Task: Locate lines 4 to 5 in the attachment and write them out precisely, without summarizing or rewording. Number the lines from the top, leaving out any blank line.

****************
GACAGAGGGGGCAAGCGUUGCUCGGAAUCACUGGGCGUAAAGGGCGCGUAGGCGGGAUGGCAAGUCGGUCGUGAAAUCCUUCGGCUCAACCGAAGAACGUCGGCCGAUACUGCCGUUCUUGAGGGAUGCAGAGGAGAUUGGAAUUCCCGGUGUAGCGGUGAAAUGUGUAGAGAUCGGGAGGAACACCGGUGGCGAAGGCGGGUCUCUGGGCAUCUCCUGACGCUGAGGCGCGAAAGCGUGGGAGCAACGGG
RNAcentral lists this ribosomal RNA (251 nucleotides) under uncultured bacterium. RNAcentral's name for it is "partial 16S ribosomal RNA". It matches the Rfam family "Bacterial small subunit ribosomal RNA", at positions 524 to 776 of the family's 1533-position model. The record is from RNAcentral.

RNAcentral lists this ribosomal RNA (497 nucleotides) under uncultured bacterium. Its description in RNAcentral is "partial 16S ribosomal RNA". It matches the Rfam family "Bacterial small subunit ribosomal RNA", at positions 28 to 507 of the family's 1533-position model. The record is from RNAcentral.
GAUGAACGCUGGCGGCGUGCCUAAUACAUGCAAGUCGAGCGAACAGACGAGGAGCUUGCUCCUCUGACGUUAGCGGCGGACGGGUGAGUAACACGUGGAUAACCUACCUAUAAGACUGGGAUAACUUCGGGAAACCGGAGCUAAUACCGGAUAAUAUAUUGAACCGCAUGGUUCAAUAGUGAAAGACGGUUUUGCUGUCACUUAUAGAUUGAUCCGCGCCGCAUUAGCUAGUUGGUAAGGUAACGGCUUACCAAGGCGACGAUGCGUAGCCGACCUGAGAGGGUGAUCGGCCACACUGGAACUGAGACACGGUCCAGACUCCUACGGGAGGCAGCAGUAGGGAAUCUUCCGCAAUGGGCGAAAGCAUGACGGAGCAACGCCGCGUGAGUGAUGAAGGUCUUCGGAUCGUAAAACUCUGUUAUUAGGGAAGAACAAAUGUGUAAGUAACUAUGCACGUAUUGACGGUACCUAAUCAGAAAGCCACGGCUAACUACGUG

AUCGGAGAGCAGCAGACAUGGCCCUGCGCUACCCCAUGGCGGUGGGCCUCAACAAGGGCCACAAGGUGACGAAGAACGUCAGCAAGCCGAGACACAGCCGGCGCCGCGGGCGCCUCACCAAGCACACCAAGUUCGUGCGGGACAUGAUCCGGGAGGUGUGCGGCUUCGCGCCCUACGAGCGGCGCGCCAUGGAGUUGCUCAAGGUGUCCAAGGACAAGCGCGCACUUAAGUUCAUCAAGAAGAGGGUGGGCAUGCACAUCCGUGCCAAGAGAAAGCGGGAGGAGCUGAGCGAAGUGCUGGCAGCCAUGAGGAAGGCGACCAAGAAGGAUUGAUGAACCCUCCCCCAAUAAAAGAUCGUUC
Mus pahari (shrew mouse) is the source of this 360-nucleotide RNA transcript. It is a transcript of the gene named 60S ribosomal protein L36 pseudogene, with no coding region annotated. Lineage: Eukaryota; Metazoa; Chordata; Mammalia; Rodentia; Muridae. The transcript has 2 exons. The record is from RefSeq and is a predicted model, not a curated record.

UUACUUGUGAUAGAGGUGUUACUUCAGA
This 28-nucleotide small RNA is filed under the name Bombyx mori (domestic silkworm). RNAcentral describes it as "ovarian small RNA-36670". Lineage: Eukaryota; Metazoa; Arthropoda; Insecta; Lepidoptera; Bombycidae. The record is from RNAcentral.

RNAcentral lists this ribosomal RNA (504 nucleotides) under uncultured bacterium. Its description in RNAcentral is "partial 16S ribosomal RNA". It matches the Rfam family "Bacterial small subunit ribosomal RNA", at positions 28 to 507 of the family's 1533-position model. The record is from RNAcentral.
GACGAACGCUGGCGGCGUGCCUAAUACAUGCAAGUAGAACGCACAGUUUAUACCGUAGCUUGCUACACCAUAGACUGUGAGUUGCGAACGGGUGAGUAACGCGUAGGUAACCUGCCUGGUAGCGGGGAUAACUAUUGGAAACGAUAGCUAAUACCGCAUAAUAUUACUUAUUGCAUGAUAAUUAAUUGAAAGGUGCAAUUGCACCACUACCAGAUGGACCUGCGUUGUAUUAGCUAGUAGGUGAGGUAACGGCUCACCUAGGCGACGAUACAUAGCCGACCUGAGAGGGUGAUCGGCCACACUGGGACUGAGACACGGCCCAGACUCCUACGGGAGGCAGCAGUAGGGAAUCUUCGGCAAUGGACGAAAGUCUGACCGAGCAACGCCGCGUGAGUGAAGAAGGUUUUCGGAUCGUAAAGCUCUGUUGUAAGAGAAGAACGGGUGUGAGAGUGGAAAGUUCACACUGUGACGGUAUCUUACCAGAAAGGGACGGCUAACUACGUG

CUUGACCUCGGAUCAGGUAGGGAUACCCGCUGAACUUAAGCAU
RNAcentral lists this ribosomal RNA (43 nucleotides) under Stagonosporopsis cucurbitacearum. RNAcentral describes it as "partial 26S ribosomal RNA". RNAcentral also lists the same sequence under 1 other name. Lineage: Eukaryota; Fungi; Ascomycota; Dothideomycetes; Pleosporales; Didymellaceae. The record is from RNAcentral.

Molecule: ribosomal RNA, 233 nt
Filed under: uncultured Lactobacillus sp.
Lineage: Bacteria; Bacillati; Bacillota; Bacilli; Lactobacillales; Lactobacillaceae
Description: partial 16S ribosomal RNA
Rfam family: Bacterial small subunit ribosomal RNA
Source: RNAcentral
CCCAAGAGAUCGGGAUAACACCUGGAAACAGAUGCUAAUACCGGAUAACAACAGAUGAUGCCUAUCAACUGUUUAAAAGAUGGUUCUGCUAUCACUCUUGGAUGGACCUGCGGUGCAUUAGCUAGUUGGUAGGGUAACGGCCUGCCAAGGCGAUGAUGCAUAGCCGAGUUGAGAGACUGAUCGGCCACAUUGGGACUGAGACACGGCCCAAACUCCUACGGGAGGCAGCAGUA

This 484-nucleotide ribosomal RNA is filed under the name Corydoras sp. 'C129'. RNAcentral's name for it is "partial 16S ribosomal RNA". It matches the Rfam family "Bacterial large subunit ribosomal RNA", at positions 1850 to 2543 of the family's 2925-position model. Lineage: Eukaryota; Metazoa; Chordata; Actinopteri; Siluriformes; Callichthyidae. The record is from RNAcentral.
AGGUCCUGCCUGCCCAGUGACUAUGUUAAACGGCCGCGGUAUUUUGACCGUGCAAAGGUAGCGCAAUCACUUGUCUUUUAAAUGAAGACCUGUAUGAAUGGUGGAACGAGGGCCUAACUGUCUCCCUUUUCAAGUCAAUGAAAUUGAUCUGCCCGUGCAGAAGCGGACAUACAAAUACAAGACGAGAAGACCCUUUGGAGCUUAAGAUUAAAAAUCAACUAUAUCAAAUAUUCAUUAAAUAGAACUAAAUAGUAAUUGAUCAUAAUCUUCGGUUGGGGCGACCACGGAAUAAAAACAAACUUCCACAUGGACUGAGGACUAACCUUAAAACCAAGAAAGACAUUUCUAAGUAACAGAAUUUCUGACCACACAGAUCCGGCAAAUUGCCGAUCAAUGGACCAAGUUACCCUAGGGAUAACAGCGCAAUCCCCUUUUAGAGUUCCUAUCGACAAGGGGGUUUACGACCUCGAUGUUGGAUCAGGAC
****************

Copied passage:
GAUGAACGCUGGCGGCGUGCCUAAUACAUGCAAGUCGAGCGAACAGACGAGGAGCUUGCUCCUCUGACGUUAGCGGCGGACGGGUGAGUAACACGUGGAUAACCUACCUAUAAGACUGGGAUAACUUCGGGAAACCGGAGCUAAUACCGGAUAAUAUAUUGAACCGCAUGGUUCAAUAGUGAAAGACGGUUUUGCUGUCACUUAUAGAUUGAUCCGCGCCGCAUUAGCUAGUUGGUAAGGUAACGGCUUACCAAGGCGACGAUGCGUAGCCGACCUGAGAGGGUGAUCGGCCACACUGGAACUGAGACACGGUCCAGACUCCUACGGGAGGCAGCAGUAGGGAAUCUUCCGCAAUGGGCGAAAGCAUGACGGAGCAACGCCGCGUGAGUGAUGAAGGUCUUCGGAUCGUAAAACUCUGUUAUUAGGGAAGAACAAAUGUGUAAGUAACUAUGCACGUAUUGACGGUACCUAAUCAGAAAGCCACGGCUAACUACGUG

AUCGGAGAGCAGCAGACAUGGCCCUGCGCUACCCCAUGGCGGUGGGCCUCAACAAGGGCCACAAGGUGACGAAGAACGUCAGCAAGCCGAGACACAGCCGGCGCCGCGGGCGCCUCACCAAGCACACCAAGUUCGUGCGGGACAUGAUCCGGGAGGUGUGCGGCUUCGCGCCCUACGAGCGGCGCGCCAUGGAGUUGCUCAAGGUGUCCAAGGACAAGCGCGCACUUAAGUUCAUCAAGAAGAGGGUGGGCAUGCACAUCCGUGCCAAGAGAAAGCGGGAGGAGCUGAGCGAAGUGCUGGCAGCCAUGAGGAAGGCGACCAAGAAGGAUUGAUGAACCCUCCCCCAAUAAAAGAUCGUUC